With Sherri, we threw a light over her left shoulder. It added warmth to her hair, and molded some delicate shadows to her face. But the key light coming from behind her was harsh in only one area — that bosomy region. Russ mentioned some scheme to remedy the solution. It involved … oh, I can't recall. At the very least, moving a light.
I grabbed a bounce board, and used it to block the light. It worked a charm. Then, we realized that Mark, who was operating the slate, could use the slate for that other purpose as well. So, for the next few shots, the slate became the infantile entitled “boob board.”
For the final scene of the day, we needed to shoot Sherri, DB, and Ayla in the kitchen. The problem is that the kitchen has four windows, and a glass door. The sunlight streaming in would be gone by the time we finished up the scene. It was over four pages, and involved ten to twelve camera set-ups. I wanted us to shoot a wide establishing shot that showed the windows. We'd know it was daytime. And then, we could make sure every subsequent set-up was lit for daylight (with the motivating direction of our lights coming from where most of the windows were), but we never again placed a window in the shot.
I know that, after the establishing shot, we had pretty lighting for all our camera placements. But I'm curious to know if the initial establishing shot will match. There was so much sunlight coming through the windows in the wide-shot, that, to keep the windows from being blown out (“so it doesn't look like the apocalypse outside,” cautioned Robin), we had to step down the aperture so much that we had to compensate with our light kits. I'm not sure we lit the scene well enough.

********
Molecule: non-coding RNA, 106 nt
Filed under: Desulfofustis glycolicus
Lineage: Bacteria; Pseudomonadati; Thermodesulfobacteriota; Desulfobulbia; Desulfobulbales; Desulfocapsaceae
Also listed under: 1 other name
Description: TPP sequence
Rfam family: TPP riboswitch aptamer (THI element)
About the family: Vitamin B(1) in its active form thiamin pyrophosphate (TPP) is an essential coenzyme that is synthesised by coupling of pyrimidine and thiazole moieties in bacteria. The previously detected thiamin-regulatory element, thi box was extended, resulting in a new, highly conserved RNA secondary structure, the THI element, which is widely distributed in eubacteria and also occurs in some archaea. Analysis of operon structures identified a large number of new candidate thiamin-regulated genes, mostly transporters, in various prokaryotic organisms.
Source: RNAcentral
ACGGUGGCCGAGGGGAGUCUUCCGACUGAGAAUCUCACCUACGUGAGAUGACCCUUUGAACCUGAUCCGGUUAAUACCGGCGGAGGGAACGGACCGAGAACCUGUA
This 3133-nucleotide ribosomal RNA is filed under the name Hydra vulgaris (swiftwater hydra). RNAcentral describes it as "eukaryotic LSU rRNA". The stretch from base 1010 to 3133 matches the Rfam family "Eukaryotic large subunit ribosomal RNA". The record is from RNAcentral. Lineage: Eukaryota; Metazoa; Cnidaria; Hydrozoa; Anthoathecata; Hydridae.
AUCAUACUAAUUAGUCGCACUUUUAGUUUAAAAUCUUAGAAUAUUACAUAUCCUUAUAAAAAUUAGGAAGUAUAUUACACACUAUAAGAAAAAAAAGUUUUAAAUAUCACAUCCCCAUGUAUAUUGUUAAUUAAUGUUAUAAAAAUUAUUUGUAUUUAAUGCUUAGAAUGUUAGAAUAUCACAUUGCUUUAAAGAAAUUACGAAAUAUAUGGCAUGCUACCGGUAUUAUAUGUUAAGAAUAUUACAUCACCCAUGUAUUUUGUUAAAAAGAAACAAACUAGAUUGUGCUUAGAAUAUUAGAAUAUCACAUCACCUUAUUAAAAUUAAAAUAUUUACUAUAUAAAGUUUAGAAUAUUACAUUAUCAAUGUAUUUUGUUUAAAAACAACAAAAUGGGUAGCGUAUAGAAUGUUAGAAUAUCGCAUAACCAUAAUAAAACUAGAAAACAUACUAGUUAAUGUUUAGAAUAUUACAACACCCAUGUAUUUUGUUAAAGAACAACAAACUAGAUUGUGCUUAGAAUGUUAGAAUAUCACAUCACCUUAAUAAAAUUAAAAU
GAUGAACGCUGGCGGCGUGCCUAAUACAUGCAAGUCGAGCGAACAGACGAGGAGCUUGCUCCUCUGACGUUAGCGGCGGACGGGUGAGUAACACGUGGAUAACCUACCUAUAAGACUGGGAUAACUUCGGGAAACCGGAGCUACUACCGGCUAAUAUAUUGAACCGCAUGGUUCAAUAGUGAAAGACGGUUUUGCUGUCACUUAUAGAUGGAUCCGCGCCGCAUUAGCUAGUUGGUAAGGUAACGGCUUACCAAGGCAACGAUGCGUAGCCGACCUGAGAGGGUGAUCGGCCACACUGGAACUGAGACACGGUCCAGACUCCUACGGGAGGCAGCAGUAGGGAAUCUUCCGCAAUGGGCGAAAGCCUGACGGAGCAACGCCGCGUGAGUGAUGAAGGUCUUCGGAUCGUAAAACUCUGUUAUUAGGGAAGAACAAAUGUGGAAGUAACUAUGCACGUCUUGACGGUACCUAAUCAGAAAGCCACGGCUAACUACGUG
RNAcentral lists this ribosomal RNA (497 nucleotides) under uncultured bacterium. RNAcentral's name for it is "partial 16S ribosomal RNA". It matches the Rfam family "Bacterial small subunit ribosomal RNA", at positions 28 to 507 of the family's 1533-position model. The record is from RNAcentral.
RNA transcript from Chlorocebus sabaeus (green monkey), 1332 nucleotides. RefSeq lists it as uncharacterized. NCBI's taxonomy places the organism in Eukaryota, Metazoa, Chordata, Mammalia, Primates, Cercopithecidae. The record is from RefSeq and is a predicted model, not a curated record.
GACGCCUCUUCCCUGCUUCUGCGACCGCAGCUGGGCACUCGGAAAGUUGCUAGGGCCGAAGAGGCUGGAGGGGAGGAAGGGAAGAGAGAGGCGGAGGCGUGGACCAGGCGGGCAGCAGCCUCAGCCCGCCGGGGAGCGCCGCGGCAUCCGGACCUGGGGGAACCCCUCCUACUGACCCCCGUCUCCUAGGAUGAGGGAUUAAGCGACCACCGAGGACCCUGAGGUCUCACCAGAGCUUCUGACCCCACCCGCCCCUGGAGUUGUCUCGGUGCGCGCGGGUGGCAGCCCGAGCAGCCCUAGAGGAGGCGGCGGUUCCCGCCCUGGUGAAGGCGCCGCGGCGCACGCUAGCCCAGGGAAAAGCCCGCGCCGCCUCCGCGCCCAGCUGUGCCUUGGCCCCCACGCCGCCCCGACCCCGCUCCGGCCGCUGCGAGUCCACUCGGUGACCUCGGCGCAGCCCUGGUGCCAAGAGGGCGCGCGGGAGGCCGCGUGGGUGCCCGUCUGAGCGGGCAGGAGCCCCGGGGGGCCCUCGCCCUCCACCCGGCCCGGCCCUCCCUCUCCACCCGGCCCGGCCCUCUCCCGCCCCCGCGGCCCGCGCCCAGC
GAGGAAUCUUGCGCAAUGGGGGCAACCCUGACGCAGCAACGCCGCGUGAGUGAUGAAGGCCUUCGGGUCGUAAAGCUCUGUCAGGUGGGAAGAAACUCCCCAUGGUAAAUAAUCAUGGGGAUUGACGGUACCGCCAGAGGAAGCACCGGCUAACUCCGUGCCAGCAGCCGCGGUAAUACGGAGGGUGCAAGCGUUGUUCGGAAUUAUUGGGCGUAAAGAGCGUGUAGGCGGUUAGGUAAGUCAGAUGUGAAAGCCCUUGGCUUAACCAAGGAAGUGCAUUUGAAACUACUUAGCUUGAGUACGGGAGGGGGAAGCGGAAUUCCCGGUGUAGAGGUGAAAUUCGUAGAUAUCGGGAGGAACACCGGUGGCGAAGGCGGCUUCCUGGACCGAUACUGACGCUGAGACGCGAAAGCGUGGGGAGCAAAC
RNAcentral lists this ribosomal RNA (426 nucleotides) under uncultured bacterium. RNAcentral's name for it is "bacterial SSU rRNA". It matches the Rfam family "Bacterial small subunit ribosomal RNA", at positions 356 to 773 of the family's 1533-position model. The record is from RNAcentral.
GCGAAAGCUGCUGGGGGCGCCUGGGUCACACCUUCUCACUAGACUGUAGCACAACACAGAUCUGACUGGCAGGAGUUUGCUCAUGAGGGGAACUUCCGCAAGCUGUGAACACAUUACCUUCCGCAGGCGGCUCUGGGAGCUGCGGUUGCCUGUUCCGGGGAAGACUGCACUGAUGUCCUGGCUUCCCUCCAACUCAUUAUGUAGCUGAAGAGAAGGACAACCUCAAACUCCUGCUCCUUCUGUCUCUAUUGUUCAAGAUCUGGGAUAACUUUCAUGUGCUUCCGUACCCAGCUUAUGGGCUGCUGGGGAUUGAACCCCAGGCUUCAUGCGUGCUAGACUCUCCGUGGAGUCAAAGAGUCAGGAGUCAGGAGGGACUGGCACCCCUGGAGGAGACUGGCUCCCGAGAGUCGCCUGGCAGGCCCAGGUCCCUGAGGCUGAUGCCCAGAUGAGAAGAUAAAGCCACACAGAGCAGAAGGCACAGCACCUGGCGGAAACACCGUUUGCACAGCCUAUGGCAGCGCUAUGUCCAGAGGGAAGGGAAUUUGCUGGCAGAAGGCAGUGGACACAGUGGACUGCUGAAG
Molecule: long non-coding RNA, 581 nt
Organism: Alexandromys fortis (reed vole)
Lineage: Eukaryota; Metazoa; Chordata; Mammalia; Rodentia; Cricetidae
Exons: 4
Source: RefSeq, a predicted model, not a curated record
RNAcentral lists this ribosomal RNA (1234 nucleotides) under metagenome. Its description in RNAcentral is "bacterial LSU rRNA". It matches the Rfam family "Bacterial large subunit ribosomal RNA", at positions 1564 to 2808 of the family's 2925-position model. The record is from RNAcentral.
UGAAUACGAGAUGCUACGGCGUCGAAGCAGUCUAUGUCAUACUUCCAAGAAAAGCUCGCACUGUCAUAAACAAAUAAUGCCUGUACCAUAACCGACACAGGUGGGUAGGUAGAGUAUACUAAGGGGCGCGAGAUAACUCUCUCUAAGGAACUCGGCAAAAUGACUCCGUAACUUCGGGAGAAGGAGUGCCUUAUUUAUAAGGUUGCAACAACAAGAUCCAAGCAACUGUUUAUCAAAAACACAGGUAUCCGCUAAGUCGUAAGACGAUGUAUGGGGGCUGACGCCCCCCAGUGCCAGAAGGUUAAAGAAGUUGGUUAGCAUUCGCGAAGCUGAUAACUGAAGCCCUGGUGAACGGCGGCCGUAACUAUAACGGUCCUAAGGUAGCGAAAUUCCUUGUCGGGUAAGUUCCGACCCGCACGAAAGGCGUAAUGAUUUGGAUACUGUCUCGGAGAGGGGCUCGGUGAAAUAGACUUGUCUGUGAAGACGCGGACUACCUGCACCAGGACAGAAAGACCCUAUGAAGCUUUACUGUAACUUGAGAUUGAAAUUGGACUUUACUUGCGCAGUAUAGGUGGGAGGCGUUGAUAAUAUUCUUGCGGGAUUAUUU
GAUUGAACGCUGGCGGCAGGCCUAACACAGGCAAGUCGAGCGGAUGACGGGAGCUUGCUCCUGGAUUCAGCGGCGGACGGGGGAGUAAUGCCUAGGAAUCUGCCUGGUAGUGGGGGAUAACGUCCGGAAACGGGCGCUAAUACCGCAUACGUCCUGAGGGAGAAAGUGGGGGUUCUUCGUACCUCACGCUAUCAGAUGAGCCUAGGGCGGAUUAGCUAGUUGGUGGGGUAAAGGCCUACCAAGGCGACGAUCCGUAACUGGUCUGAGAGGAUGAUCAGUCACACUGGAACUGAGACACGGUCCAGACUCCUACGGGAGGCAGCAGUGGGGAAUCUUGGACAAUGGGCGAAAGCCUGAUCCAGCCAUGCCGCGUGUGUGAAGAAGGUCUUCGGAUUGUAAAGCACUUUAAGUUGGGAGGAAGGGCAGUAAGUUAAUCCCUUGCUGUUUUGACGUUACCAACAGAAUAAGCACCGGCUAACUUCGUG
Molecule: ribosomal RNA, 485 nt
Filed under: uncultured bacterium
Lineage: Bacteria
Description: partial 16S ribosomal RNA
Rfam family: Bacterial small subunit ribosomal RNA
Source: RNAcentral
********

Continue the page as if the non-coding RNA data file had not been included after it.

As the evening progressed, I noticed that Sherrie and Russ were quite freely sampling the prop wine. From Russ' gargling and lip-smacking, I gathered it was quite a tasty Merlot.
We fell into a groove of allowing Sherrie and DB play this longish emotional scene all the way through with every take and every set-up. This is common when you find yourself working with such solid actors, who know their lines and their parts so well that they can explore nuances of their character's interior selves by tinkering and playing with their deliveries.
Towards the end of the night I was standing next to Ezme, our make-up genius. We were watching the scene unfold. And when Robin said, “cut,” she turned to Russ. “Wow, they did great. How did it look in the monitor?”
Russ removed the half-filled wine glass from Sherrie's hand. He finished it off. “The composition and lighting was impeccable. But what do I know? If you haven't noticed, your DP is drunk.”
I could tell Ezme wasn't listening to Russ and Robin's exchange.
“Get me a tissue, Tito” she said to me in a whisper.
I was impressed that I'd made it into the inner circle with Ezme. It looked like I had a nickname. And it looked like she needed a tissue to do some make-up adjustment on one of our actors. I snagged a box of Kleenex from the desk over by one of the windows. When I offered it to her, she crossed her eyes in confusion. Then she punched me in the arm.
“I didn't mean it like that,” she said with exasperation and a hint of a laugh.
It was a figure of speech, it seemed. Maybe a film or music reference. She meant that Robin's dialogue and our actors' deliveries were hitting her hard.
I returned the tissues to the desk.